We are using their service now for 4 months to manage part of our portfolio (both retirement which includes a traditional IRA, a small roth, and brokerage account). The account has more funds in it than I would have thought Vanguard would use (6 different bond funds in the IRA which allowed them to completely select how to allocate these funds (these include more corporate and international than I would have selected and I still don't appreciate why they were all selected especially since the percentages for each are different). Stocks are distributed across 5 funds in the brokerage account, plus another 5 that are in a self-managed brokerage account (the total of brokerage funds here might have been fewer if we allowed Vanguard more control here, but I didn't want to sell funds with embedded gains at this time). The representative has been attentive and these accounts were transferred from an outside institution so some of the decisions were about what to sell as much as what to buy and how to allocate. The spouse has no interest in managing funds so I was curious about how this will work as an alternative - having a contact person to answer questions and to manage the portfolio has been OK so far. The international exposure is where I have more mixed feelings, but deferred to the experts (why hire them and then tell them what to do, that would make less sense) and only the future will know if it is a good or bad decision. Their system also has what I view as some quirks such as using an average cost method or FIFO for reporting of basis on sales (they are discussing changing this) - I don't know yet how aggressively or when they tax loss harvest; and since it is a managed account I can't just go online and decide with a few clicks to transfer money between one mutual fund and another because stocks or bonds are going up today (so you have to be willing to give up some control and talk with your advisor, which is kinda the purpose behind having someone manage the account). Depending on your assets it might not have to be an all or none management by them - we left some things in a separate self-managed account (such as high yield bonds, some individual stocks, etc) since it didn't fit into their portfolio recommendation guidelines. It doesn't hurt to talk with them and see if they and you are on the same page. Good luck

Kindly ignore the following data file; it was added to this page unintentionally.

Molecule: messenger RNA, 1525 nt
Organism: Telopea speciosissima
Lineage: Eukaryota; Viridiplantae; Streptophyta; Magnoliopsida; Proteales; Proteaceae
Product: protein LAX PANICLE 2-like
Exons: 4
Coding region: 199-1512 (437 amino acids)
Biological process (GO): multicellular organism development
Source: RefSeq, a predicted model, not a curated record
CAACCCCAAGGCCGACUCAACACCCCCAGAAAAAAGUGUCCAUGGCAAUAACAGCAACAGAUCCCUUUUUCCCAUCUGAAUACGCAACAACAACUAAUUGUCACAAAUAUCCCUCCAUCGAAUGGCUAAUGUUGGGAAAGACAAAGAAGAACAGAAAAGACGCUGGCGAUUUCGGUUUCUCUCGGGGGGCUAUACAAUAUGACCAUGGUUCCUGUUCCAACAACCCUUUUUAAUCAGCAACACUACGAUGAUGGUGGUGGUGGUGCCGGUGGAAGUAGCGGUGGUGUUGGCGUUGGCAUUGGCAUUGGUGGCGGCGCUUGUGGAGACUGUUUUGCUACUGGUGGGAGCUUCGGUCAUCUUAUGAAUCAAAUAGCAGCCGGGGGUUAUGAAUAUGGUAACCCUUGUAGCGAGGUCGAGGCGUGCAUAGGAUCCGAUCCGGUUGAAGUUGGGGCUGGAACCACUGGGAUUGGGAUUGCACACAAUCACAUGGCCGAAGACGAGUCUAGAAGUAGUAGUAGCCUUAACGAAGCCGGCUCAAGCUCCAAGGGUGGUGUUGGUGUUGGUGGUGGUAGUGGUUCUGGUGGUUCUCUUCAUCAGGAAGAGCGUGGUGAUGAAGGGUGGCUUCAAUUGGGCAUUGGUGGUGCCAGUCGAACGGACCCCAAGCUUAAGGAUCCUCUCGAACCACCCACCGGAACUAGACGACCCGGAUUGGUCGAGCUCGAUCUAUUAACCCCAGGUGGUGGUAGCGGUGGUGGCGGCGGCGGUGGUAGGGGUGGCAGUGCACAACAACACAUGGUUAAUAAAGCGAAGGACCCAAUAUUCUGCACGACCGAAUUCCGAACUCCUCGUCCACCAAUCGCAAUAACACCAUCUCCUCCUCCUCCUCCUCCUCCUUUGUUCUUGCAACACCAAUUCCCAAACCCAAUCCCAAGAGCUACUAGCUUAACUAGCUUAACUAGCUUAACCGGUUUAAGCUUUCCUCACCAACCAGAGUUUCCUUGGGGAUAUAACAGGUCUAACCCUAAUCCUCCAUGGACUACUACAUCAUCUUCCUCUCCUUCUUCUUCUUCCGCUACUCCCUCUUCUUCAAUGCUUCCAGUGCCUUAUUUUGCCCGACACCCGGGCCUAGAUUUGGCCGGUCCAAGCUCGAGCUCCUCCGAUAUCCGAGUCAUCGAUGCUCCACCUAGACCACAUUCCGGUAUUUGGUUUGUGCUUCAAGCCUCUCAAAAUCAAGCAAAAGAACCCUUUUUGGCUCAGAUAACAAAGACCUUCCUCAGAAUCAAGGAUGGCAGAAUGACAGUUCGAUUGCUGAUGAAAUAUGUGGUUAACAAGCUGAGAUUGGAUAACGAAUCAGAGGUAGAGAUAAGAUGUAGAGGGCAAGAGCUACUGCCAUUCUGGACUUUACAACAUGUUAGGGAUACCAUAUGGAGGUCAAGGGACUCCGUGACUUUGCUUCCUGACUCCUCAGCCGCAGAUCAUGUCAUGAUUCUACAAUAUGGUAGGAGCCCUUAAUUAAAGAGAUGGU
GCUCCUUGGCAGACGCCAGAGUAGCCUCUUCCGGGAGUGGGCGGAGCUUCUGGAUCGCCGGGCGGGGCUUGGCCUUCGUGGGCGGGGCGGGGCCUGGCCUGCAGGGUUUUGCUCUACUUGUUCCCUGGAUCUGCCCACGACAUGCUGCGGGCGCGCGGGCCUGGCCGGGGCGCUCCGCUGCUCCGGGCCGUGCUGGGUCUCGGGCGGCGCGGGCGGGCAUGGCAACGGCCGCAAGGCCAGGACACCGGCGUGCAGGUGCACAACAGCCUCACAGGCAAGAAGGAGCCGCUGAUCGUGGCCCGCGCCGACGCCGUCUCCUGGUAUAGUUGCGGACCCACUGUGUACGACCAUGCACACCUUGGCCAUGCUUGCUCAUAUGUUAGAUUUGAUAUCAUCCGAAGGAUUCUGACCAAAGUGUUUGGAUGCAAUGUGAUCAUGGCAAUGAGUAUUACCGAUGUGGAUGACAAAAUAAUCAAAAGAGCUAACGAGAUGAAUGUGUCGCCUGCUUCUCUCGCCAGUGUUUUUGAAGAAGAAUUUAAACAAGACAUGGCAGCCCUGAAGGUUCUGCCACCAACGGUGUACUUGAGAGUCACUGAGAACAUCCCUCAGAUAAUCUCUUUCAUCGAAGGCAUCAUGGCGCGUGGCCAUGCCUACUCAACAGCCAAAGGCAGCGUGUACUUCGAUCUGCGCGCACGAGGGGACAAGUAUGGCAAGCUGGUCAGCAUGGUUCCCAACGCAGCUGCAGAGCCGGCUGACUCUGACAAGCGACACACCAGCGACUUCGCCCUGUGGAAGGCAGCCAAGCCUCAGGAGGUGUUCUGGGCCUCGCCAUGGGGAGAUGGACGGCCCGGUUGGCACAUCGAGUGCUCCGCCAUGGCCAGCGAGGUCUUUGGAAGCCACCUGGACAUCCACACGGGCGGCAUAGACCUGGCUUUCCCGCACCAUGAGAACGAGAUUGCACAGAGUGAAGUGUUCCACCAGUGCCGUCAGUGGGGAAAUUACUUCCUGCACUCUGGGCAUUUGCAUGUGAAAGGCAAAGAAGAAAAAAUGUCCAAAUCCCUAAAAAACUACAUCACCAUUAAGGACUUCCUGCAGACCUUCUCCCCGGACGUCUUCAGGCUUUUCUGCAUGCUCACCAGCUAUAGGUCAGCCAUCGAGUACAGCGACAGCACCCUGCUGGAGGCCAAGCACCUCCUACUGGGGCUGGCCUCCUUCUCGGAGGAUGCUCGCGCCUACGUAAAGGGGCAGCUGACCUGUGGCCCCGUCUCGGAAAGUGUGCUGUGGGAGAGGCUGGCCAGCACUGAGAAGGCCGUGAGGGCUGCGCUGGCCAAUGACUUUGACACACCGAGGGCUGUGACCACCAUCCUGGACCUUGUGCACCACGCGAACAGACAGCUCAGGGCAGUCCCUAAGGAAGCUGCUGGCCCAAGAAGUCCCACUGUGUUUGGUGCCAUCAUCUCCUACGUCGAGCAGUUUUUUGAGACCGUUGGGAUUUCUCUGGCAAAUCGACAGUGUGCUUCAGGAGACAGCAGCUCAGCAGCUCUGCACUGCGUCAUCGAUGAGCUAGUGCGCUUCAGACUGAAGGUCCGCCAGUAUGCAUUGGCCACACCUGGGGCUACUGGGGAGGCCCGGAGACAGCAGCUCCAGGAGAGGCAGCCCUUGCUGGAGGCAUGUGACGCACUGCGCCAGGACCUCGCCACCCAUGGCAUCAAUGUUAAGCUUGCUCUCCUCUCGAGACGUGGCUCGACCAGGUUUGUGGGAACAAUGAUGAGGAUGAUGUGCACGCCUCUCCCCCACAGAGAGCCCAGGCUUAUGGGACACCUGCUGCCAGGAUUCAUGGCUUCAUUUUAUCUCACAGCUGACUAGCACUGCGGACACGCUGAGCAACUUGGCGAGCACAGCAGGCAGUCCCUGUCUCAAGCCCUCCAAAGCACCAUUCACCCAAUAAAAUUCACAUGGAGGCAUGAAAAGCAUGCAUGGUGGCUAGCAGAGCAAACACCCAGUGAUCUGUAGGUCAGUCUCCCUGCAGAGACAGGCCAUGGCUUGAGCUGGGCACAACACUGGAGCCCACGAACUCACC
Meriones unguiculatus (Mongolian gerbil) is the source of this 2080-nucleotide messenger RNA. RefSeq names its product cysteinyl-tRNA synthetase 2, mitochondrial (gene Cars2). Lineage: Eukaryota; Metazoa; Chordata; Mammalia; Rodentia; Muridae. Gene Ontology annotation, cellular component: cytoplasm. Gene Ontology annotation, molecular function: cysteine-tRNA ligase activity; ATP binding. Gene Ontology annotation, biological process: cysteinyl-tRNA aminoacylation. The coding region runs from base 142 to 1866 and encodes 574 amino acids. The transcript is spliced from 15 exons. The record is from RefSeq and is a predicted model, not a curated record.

RoboFan